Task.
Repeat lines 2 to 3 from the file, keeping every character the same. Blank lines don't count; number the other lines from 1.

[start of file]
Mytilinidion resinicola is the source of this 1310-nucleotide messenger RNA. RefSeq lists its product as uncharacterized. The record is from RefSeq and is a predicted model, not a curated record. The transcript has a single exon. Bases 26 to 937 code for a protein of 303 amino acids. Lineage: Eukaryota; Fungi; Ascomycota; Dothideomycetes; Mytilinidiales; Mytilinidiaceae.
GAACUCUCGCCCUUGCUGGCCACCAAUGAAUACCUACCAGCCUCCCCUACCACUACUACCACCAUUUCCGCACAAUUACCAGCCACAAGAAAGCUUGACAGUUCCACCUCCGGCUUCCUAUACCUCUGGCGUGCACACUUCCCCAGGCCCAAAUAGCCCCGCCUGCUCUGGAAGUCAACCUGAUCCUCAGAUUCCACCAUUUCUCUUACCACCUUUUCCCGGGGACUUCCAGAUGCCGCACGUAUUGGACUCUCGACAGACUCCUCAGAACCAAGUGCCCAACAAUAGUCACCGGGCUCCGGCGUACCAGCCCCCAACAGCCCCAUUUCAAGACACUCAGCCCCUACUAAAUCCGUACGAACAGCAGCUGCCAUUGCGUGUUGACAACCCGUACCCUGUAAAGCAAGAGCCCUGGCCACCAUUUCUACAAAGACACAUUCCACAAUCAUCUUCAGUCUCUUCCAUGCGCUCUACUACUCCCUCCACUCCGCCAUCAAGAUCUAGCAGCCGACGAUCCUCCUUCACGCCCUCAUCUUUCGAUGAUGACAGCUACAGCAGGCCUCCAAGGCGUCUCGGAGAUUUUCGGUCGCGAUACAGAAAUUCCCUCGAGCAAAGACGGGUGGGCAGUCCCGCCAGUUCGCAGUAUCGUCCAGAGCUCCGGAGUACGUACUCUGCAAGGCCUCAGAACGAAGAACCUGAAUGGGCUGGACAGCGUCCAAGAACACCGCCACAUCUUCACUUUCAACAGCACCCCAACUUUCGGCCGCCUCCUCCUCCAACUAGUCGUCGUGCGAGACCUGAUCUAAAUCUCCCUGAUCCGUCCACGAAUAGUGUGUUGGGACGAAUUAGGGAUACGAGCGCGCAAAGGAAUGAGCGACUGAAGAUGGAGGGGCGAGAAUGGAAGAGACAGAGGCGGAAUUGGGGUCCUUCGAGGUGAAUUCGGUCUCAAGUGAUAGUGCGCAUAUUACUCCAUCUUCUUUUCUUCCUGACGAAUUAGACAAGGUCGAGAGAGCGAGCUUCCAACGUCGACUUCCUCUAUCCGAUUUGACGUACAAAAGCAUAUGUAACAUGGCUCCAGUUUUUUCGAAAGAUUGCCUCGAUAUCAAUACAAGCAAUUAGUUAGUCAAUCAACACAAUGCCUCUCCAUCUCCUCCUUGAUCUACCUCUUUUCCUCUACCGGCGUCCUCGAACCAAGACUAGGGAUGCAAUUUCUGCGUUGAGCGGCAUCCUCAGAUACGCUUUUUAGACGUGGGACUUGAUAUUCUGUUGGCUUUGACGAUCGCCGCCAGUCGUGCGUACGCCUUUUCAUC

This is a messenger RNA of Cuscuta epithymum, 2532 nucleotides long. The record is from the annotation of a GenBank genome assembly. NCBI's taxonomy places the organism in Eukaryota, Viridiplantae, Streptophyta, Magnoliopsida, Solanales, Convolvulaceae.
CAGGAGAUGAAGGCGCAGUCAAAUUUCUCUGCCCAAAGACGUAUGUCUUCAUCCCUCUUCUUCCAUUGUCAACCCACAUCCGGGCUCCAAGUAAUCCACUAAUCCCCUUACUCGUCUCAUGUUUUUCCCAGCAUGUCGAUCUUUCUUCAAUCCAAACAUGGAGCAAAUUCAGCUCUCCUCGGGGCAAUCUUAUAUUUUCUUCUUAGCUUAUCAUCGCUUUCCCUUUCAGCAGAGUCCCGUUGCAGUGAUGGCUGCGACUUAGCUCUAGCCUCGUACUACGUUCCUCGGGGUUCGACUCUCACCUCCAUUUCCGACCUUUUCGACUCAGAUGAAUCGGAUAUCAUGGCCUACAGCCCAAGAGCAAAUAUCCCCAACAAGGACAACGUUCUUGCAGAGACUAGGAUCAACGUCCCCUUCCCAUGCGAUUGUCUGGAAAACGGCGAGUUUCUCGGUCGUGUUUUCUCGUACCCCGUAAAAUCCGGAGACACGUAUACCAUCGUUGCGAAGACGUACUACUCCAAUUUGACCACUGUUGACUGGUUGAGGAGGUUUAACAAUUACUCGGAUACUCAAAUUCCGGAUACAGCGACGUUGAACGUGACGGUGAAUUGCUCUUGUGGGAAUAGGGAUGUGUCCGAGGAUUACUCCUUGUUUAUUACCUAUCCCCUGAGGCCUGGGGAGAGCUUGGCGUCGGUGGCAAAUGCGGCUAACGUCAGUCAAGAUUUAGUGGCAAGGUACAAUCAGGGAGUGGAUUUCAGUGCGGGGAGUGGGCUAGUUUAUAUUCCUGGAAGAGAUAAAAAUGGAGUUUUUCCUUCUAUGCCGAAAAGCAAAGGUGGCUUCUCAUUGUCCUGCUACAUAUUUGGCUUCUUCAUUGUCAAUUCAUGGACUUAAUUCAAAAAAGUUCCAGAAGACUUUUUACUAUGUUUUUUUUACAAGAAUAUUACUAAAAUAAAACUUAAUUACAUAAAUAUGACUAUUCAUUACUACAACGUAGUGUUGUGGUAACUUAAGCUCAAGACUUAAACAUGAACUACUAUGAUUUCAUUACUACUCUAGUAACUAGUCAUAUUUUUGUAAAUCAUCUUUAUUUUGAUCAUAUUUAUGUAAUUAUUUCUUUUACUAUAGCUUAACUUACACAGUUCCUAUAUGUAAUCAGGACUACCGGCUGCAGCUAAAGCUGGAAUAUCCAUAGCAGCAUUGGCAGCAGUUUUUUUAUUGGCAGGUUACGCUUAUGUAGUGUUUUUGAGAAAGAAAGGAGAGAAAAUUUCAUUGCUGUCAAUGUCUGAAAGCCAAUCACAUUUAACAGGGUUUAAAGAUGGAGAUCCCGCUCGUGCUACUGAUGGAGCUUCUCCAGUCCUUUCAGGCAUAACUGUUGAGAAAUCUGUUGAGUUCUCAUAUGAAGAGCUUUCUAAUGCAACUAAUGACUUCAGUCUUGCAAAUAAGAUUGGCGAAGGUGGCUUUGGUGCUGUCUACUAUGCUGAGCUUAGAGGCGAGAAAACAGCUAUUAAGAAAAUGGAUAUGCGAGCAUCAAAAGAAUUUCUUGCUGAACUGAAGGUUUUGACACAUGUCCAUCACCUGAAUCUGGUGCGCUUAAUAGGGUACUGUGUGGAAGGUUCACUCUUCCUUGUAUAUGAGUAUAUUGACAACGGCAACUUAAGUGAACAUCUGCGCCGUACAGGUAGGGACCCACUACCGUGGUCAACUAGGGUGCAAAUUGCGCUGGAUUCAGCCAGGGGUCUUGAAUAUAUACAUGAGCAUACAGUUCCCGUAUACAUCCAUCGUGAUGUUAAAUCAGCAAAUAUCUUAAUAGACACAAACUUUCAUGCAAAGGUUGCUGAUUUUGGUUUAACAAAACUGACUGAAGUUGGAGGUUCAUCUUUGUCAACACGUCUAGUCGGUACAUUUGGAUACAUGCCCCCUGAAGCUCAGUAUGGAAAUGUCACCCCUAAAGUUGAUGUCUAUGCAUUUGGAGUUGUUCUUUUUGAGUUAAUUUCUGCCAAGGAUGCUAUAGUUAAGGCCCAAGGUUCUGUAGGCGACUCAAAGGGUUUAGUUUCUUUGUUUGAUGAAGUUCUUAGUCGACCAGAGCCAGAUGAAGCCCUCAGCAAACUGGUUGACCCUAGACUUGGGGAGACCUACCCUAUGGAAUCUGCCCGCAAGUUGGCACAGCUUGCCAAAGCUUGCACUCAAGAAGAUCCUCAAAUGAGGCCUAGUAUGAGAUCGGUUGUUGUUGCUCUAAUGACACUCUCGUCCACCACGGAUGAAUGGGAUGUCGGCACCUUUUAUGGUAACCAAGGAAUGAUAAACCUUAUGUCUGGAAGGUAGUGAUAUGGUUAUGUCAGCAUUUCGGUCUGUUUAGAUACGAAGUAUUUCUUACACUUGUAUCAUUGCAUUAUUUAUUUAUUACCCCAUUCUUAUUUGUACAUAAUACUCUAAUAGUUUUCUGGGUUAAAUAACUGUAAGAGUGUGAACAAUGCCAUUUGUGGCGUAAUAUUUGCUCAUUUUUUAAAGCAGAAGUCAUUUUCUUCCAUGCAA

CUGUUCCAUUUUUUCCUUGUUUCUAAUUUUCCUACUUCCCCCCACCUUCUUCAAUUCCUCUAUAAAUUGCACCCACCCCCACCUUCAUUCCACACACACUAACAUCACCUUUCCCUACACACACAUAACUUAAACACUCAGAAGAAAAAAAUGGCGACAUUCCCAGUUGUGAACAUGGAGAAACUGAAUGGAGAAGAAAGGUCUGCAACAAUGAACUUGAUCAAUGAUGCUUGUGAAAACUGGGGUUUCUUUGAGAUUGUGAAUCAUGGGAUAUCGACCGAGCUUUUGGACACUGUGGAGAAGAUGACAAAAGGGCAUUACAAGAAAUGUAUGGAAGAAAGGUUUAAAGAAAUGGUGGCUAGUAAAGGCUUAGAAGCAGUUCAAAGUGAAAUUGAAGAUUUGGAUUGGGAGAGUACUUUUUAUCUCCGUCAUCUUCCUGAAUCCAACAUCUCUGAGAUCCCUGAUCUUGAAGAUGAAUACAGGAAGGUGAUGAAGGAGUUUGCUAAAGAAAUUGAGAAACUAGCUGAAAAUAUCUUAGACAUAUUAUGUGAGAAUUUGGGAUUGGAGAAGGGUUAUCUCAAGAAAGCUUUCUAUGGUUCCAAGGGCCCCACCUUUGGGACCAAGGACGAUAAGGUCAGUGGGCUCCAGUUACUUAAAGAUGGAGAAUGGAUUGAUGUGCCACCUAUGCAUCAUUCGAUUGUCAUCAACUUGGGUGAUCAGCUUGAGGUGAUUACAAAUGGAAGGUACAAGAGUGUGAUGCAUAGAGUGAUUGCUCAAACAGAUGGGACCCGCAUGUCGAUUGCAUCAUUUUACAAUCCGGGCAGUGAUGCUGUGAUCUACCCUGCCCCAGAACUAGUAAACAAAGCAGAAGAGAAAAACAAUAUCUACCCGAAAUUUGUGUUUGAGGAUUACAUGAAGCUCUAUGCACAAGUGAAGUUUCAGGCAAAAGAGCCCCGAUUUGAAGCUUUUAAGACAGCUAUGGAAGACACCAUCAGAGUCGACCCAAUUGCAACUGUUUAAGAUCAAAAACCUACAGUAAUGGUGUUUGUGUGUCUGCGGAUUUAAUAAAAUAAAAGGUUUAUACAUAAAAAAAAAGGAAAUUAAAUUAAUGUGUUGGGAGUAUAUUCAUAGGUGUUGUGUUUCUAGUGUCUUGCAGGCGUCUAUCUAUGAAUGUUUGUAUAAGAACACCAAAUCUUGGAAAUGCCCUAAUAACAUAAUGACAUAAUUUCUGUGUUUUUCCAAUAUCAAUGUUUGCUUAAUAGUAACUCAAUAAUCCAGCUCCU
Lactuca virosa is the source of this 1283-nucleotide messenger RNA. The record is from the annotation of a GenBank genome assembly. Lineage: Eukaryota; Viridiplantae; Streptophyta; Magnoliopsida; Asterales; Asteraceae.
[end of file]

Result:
GAACUCUCGCCCUUGCUGGCCACCAAUGAAUACCUACCAGCCUCCCCUACCACUACUACCACCAUUUCCGCACAAUUACCAGCCACAAGAAAGCUUGACAGUUCCACCUCCGGCUUCCUAUACCUCUGGCGUGCACACUUCCCCAGGCCCAAAUAGCCCCGCCUGCUCUGGAAGUCAACCUGAUCCUCAGAUUCCACCAUUUCUCUUACCACCUUUUCCCGGGGACUUCCAGAUGCCGCACGUAUUGGACUCUCGACAGACUCCUCAGAACCAAGUGCCCAACAAUAGUCACCGGGCUCCGGCGUACCAGCCCCCAACAGCCCCAUUUCAAGACACUCAGCCCCUACUAAAUCCGUACGAACAGCAGCUGCCAUUGCGUGUUGACAACCCGUACCCUGUAAAGCAAGAGCCCUGGCCACCAUUUCUACAAAGACACAUUCCACAAUCAUCUUCAGUCUCUUCCAUGCGCUCUACUACUCCCUCCACUCCGCCAUCAAGAUCUAGCAGCCGACGAUCCUCCUUCACGCCCUCAUCUUUCGAUGAUGACAGCUACAGCAGGCCUCCAAGGCGUCUCGGAGAUUUUCGGUCGCGAUACAGAAAUUCCCUCGAGCAAAGACGGGUGGGCAGUCCCGCCAGUUCGCAGUAUCGUCCAGAGCUCCGGAGUACGUACUCUGCAAGGCCUCAGAACGAAGAACCUGAAUGGGCUGGACAGCGUCCAAGAACACCGCCACAUCUUCACUUUCAACAGCACCCCAACUUUCGGCCGCCUCCUCCUCCAACUAGUCGUCGUGCGAGACCUGAUCUAAAUCUCCCUGAUCCGUCCACGAAUAGUGUGUUGGGACGAAUUAGGGAUACGAGCGCGCAAAGGAAUGAGCGACUGAAGAUGGAGGGGCGAGAAUGGAAGAGACAGAGGCGGAAUUGGGGUCCUUCGAGGUGAAUUCGGUCUCAAGUGAUAGUGCGCAUAUUACUCCAUCUUCUUUUCUUCCUGACGAAUUAGACAAGGUCGAGAGAGCGAGCUUCCAACGUCGACUUCCUCUAUCCGAUUUGACGUACAAAAGCAUAUGUAACAUGGCUCCAGUUUUUUCGAAAGAUUGCCUCGAUAUCAAUACAAGCAAUUAGUUAGUCAAUCAACACAAUGCCUCUCCAUCUCCUCCUUGAUCUACCUCUUUUCCUCUACCGGCGUCCUCGAACCAAGACUAGGGAUGCAAUUUCUGCGUUGAGCGGCAUCCUCAGAUACGCUUUUUAGACGUGGGACUUGAUAUUCUGUUGGCUUUGACGAUCGCCGCCAGUCGUGCGUACGCCUUUUCAUC

This is a messenger RNA of Cuscuta epithymum, 2532 nucleotides long. The record is from the annotation of a GenBank genome assembly. NCBI's taxonomy places the organism in Eukaryota, Viridiplantae, Streptophyta, Magnoliopsida, Solanales, Convolvulaceae.